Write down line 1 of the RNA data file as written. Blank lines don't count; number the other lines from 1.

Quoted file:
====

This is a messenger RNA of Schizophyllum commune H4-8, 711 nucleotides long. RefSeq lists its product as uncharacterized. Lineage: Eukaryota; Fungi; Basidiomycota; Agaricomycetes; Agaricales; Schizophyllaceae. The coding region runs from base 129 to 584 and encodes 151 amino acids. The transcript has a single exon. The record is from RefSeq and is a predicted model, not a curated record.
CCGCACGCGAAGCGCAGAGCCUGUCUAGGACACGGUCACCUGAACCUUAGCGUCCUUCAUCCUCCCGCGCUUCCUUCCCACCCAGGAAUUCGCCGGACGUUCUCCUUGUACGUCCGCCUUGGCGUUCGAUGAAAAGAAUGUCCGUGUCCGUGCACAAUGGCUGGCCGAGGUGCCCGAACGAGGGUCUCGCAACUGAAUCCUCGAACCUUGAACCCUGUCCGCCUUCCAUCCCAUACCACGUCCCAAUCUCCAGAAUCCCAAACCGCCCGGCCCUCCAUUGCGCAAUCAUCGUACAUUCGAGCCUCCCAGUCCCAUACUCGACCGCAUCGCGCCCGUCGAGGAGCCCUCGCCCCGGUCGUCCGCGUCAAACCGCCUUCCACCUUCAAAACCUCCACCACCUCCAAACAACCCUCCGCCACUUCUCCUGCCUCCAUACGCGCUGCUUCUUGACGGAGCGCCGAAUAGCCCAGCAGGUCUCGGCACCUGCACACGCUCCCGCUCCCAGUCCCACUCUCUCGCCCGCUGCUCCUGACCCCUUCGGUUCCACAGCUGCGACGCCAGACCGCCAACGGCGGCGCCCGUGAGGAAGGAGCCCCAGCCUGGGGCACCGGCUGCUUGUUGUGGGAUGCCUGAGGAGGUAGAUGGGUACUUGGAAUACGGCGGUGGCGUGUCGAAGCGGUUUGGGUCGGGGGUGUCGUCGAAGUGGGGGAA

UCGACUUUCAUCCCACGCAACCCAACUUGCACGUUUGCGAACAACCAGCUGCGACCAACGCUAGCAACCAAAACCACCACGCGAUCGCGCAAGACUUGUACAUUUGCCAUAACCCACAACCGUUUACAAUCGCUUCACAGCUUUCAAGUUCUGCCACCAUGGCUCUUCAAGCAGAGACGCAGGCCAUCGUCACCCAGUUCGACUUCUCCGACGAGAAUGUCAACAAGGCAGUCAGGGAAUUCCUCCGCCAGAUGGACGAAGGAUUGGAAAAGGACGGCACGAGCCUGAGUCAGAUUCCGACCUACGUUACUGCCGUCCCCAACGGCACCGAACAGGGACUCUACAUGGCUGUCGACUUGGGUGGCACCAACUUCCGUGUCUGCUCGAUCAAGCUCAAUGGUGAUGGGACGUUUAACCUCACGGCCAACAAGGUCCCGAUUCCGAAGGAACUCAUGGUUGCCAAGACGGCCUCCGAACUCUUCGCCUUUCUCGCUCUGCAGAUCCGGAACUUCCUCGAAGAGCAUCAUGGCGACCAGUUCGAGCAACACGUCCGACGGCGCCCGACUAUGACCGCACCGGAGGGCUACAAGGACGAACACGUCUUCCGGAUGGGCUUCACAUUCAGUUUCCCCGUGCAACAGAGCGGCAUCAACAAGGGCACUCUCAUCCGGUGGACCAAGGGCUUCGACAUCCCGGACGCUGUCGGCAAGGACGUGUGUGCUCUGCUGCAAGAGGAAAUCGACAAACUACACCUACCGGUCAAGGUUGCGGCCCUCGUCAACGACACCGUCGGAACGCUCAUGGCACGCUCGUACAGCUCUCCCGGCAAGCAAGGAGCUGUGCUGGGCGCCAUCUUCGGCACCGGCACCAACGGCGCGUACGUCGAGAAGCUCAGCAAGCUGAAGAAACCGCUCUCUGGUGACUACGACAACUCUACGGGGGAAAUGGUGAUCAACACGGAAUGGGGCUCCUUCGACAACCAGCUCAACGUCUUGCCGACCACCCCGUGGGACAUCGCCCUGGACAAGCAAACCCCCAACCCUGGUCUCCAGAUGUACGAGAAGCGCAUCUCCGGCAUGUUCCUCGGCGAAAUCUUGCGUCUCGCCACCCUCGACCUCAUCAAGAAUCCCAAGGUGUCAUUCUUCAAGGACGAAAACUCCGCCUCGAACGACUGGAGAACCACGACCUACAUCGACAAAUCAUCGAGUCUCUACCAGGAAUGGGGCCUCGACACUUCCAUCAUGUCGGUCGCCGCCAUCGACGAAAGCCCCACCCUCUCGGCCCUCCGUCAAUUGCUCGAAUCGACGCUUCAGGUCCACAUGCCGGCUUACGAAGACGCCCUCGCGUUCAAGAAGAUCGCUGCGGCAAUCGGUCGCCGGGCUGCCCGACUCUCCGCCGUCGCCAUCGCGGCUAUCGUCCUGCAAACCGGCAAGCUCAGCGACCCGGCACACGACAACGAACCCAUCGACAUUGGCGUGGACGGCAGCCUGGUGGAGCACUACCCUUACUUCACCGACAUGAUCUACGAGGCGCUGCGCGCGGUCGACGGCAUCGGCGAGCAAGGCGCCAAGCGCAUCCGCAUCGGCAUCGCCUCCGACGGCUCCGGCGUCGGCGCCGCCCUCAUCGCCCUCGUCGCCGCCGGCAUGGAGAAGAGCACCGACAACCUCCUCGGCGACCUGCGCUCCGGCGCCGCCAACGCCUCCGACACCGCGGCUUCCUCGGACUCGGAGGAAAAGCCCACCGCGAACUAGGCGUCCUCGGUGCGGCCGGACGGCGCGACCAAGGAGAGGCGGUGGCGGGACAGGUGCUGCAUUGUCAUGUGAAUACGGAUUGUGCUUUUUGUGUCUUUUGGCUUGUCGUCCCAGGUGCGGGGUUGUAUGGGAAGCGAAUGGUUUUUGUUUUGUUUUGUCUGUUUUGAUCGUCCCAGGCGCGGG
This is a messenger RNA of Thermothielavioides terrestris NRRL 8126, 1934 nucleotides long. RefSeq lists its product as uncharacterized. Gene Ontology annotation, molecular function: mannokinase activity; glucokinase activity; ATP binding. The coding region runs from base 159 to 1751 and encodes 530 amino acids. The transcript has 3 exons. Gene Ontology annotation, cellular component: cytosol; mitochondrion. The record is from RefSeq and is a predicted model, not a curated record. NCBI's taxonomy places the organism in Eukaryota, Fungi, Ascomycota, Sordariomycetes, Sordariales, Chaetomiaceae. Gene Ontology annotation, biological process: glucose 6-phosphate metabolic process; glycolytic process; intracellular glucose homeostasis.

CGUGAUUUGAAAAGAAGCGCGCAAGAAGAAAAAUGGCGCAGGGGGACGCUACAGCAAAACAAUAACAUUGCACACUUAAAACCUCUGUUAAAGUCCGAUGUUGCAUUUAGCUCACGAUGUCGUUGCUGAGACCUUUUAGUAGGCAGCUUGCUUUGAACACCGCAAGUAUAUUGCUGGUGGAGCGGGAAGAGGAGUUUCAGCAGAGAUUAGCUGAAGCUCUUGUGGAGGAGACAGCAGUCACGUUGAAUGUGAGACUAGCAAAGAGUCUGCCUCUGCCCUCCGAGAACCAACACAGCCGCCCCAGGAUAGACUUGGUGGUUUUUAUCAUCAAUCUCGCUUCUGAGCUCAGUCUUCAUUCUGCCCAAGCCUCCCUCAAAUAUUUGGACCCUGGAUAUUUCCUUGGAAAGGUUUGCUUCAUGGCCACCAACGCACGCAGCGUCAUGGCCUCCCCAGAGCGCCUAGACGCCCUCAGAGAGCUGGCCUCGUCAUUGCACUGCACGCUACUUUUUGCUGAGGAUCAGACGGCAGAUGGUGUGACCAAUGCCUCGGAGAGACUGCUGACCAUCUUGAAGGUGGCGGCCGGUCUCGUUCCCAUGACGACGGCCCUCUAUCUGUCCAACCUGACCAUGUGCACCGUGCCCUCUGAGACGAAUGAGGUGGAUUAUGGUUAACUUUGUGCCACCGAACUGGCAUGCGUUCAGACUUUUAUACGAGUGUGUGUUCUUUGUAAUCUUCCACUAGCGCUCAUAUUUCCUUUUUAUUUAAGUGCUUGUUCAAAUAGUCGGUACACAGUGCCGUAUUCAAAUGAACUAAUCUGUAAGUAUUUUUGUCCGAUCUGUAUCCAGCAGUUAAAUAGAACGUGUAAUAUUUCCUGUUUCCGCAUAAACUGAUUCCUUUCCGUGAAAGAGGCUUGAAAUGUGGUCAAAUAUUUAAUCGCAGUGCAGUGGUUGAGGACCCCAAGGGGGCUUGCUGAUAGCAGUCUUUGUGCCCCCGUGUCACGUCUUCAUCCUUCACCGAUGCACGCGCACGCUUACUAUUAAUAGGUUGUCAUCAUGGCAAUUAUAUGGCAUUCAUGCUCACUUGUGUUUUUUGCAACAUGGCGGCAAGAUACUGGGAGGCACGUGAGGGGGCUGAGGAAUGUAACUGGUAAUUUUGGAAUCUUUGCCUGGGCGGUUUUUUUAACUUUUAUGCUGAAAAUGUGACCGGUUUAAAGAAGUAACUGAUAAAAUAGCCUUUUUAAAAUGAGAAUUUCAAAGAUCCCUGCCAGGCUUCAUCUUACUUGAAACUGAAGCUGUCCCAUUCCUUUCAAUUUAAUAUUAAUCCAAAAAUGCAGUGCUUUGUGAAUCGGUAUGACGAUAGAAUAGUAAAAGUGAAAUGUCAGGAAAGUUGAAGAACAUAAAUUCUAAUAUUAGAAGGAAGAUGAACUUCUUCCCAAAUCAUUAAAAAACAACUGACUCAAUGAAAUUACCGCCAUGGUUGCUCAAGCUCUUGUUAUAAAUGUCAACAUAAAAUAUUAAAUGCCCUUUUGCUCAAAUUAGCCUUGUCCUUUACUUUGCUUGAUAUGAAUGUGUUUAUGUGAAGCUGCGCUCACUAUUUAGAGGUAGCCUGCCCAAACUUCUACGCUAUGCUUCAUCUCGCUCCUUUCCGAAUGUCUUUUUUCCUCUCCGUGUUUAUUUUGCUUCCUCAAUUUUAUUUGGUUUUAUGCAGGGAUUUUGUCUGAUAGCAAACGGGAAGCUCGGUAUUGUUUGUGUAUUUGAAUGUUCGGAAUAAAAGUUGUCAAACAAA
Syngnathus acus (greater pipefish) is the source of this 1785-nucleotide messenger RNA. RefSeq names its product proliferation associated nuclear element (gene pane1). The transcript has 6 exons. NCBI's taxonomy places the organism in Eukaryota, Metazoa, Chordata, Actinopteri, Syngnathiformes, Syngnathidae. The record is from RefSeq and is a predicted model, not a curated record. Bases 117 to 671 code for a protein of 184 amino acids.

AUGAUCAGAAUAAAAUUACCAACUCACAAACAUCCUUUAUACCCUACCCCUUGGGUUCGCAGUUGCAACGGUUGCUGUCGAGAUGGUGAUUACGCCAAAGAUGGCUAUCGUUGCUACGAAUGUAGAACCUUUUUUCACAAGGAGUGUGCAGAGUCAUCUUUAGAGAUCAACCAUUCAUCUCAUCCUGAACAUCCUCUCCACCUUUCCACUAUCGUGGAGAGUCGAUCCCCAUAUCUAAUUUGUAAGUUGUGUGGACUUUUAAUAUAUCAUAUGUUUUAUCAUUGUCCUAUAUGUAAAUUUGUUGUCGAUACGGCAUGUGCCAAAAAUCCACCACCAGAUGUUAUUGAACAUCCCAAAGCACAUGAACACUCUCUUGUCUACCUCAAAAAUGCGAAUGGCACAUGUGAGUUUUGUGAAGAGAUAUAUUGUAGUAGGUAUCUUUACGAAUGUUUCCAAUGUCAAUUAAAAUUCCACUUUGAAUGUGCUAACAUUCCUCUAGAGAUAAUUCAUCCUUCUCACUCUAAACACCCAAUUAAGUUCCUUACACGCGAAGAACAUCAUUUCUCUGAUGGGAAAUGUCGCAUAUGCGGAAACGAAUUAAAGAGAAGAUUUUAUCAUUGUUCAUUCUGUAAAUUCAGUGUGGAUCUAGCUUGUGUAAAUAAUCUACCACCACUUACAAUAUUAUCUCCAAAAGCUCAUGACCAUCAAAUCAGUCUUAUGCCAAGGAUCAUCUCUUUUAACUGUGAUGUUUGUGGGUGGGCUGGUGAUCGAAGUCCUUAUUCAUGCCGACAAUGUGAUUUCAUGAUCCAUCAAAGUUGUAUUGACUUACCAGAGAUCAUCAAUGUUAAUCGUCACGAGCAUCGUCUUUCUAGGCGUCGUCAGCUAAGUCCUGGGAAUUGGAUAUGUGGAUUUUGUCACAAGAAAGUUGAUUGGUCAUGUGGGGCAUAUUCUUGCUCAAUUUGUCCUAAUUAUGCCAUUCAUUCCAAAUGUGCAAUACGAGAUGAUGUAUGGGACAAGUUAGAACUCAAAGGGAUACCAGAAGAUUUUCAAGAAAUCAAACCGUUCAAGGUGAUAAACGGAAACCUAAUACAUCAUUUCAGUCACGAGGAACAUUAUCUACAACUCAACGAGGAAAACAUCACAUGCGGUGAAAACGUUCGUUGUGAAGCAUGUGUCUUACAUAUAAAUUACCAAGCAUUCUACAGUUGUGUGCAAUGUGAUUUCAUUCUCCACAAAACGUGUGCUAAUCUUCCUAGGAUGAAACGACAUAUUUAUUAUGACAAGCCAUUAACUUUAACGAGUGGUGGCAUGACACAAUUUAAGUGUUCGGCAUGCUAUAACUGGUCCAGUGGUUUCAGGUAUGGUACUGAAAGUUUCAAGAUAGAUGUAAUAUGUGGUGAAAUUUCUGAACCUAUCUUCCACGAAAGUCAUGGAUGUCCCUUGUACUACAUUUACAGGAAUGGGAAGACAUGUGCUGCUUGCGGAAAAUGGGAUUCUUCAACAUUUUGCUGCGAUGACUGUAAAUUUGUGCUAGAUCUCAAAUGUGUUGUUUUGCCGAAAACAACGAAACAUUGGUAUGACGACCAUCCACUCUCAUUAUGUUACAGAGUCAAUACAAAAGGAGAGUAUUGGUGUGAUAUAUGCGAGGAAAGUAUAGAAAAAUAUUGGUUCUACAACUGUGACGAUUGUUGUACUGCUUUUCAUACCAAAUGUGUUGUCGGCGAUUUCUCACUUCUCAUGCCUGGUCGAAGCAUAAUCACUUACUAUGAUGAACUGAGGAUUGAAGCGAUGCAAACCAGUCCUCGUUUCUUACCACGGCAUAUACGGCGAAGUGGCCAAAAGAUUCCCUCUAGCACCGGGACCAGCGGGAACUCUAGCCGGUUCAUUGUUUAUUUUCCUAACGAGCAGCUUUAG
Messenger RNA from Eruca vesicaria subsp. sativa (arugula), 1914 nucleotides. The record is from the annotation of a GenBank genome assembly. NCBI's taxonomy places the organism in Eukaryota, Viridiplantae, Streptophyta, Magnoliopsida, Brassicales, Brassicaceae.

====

This is a messenger RNA of Schizophyllum commune H4-8, 711 nucleotides long. RefSeq lists its product as uncharacterized. Lineage: Eukaryota; Fungi; Basidiomycota; Agaricomycetes; Agaricales; Schizophyllaceae. The coding region runs from base 129 to 584 and encodes 151 amino acids. The transcript has a single exon. The record is from RefSeq and is a predicted model, not a curated record.